Korean War Legacy Project

Eugene Buckley

Bio

Eugene Buckley was born in 1932 in Mankato, Minnesota near Standard Oil Company where his father worked.  With few jobs available in his hometown and with  a little help from the local recruiter, Eugene Buckley enlisted into the Army.  Eugene Buckley recalled that while completing amphibious training in Tokyo, it wouldn’t be long before the war would start which was on his birthday!  Recently deployed from Japan, Eugene Buckley was with the US Eighth Army that arrived just days after the North crossed the 38th parallel.  Refusing to surrender, his platoon climbed out of a ravine when he was shot twice (shot 4 times total) with one penetrating through his dog tags that had fallen under his arm while he was attempting to save another soldier’s life.  Critically wounded, he was moved to Japan and Hawaii before returning to the states where he spent the next 18 months in recovery.

Clips

Dog Tags Saved Eugene Buckley

Refusing to surrender while trapped in a ravine, Eugene Buckley and another soldier (O'Donnell) were climbing out of the ravine when they noticed a soldier who had been shot in the neck. Trying to save his life, Eugene Buckley was shot once in the shoulder and another shot went through his dog tags under his arm. He was lying on the ground trying to help another soldier who wouldn't make it out alive.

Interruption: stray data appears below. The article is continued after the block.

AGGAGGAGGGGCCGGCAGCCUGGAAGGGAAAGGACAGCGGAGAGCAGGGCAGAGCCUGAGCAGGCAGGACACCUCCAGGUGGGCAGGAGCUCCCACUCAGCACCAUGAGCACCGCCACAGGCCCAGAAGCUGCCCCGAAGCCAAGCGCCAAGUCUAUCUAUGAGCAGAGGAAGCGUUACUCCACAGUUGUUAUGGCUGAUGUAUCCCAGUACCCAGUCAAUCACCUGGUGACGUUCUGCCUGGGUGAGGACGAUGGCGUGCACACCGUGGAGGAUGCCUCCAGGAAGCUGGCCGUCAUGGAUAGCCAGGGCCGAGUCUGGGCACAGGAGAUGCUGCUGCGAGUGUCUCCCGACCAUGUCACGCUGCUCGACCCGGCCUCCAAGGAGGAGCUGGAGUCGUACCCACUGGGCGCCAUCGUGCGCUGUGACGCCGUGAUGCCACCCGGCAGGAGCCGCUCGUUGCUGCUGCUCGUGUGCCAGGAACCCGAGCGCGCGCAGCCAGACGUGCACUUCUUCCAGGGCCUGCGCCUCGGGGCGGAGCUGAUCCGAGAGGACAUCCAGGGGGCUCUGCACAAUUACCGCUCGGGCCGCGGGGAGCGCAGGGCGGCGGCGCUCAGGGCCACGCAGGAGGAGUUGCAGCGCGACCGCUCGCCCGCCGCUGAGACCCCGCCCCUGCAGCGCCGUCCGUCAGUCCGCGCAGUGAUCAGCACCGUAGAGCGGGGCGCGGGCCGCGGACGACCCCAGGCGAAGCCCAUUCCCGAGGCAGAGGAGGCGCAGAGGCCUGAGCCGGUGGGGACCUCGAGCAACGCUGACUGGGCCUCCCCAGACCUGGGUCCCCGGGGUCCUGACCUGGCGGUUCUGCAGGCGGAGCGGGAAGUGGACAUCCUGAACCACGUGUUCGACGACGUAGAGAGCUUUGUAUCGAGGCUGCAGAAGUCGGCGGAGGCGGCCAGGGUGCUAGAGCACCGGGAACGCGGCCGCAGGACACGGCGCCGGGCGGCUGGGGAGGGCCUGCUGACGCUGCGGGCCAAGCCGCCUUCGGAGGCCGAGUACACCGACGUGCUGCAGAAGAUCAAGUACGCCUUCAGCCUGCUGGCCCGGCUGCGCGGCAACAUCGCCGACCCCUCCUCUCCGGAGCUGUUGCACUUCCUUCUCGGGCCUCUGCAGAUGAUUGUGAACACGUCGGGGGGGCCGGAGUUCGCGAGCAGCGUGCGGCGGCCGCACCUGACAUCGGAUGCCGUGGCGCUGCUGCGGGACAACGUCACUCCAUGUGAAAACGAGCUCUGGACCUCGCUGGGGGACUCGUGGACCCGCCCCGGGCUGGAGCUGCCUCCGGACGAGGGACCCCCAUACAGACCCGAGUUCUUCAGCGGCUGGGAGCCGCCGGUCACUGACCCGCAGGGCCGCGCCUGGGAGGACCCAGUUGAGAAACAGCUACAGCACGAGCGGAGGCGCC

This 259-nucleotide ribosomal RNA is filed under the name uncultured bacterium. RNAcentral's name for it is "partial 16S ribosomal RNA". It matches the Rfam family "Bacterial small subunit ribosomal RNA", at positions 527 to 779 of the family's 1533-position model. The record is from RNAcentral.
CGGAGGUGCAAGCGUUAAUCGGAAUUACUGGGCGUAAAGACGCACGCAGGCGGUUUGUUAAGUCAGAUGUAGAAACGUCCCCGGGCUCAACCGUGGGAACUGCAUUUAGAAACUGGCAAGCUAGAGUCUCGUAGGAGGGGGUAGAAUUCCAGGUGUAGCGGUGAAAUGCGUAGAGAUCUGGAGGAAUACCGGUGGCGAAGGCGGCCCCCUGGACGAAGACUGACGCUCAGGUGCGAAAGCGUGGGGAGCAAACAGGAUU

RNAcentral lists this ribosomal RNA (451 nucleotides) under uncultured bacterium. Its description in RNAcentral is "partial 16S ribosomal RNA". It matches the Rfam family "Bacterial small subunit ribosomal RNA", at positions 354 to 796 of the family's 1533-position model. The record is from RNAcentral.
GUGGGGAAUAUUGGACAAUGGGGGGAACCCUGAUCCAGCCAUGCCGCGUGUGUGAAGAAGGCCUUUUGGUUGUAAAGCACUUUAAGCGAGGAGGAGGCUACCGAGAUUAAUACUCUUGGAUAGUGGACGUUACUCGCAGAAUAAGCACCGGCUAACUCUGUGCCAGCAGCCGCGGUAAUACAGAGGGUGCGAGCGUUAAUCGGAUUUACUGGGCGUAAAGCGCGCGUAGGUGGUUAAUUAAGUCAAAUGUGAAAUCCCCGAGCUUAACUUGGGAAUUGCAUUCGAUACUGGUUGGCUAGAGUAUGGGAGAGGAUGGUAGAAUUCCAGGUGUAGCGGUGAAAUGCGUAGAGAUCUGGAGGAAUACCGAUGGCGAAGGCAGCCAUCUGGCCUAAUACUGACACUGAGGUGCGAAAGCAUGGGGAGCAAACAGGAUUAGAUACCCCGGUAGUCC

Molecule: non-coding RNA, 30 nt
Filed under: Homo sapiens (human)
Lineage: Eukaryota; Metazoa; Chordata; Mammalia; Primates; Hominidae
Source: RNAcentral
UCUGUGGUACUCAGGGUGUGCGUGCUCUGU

Tags: 1950 Pusan Perimeter, 8/4-9/18,Busan,Fear,Front lines,North Koreans,Personal Loss

Share this Clip +


https://www.youtube.com/watch?v=PAqM0iy3BV8&start=613&end=734

Hunger

Eugene Buckley was trying to make it back to the front line after escaping from the ravine when he and O'Donnell got on the back of a family ox cart and spent most of the day traveling. Not having eaten in 4 or 5 days, Eugene Buckley broke into a large container of applesauce and ate the whole thing. He said it wasn't long after that when they were back in the same situation of extreme hungry again.

Tags: 1950 Pusan Perimeter, 8/4-9/18,Busan,Civilians,Food,Front lines,Living conditions,Poverty,South Koreans

Share this Clip +


https://www.youtube.com/watch?v=PAqM0iy3BV8&start=805&end=856

Returning to the Front Line: Casualties and Hunger